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Moral principles in engineering

some random thoughts on engineering ethics

Ever had the feeling that all technologies surrounding us are an offspring of the hidden powers of organized crime groups?

In the early 1940s, with the number of great discoveries in 19th century ignited by the second technological revolution a new era was born - the digital revolution. Back in 1947 in his short story "Little Lost Robot", Issac Asimov predicted that technology would have advanced sufficiently by century's end that it would allow for humanity to establish a base on asteroid to perform research on space travel. With the landing of Rosetta last year, Asimov's story as usual held true again. The past 100 years have shown that the engineering disciplines, compared to all other fields of science, have probably by far the highest impact on society. The last is especially true with the emergence of the information age, which gives us one of the most influential instruments for psychological control humanity has ever had. With all that said, engineering science plays an important role in the development of our society, and to a large extent the future of mankind now lies in the hands of engineers.

Now teleporting back to early 1900 in the era of the second industrial revolution. With growing demands for easeing of mankind life by means of industrializaton, engineering established itself as a distinct profession. With the erection of a number of large civil engineering constructions, there had been a series of significant structural failures, including some spectacular bridge engineering disasters. Notably the Tacoma Narrows Bridge collapse and the Ludendorff Bridge disaster. These had a profound effect on engineers and forced the profession to establish some technical and construction practices which were driven beyond anything else but the price of human lives. As a measure, the development of ethical standards was established by an impressive number of world organizations, placing life safety to highest order. I am tempted to quote the engineer's seven canons here, published in the Code of ethics, established by the American Society of Civil Engineers in 1914.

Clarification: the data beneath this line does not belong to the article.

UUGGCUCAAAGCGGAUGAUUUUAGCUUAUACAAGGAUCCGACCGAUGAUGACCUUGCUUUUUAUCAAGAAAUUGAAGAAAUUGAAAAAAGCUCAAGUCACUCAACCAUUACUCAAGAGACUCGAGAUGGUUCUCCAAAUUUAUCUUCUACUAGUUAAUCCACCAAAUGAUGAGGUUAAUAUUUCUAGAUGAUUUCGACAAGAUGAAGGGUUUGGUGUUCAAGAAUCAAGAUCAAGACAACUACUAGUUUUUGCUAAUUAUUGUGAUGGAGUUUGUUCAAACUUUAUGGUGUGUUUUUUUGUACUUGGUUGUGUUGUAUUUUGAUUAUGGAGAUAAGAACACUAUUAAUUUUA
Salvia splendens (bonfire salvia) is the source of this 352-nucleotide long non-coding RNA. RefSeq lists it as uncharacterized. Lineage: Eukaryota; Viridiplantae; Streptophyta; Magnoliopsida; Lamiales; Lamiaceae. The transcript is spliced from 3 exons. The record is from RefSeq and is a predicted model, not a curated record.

1. Engineers shall hold paramount the safety, health and welfare of the public and shall strive to comply with the principles of sustainable development in the performance of their professional duties. 2. Engineers shall perform services only in areas of their competence. 3. Engineers shall issue public statements only in an objective and truthful manner. 4. Engineers shall act in professional matters for each employer or client as faithful agents or trustees, and shall avoid conflicts of interest. 5. Engineers shall build their professional reputation on the merit of their services and shall not compete unfairly with others. 6. Engineers shall act in such a manner as to uphold and enhance the honor, integrity, and dignity of the engineering profession and shall act with zero-tolerance for bribery, fraud, and corruption. 7. Engineers shall continue their professional development throughout their careers, and shall provide opportunities for the professional development of those engineers under their supervision.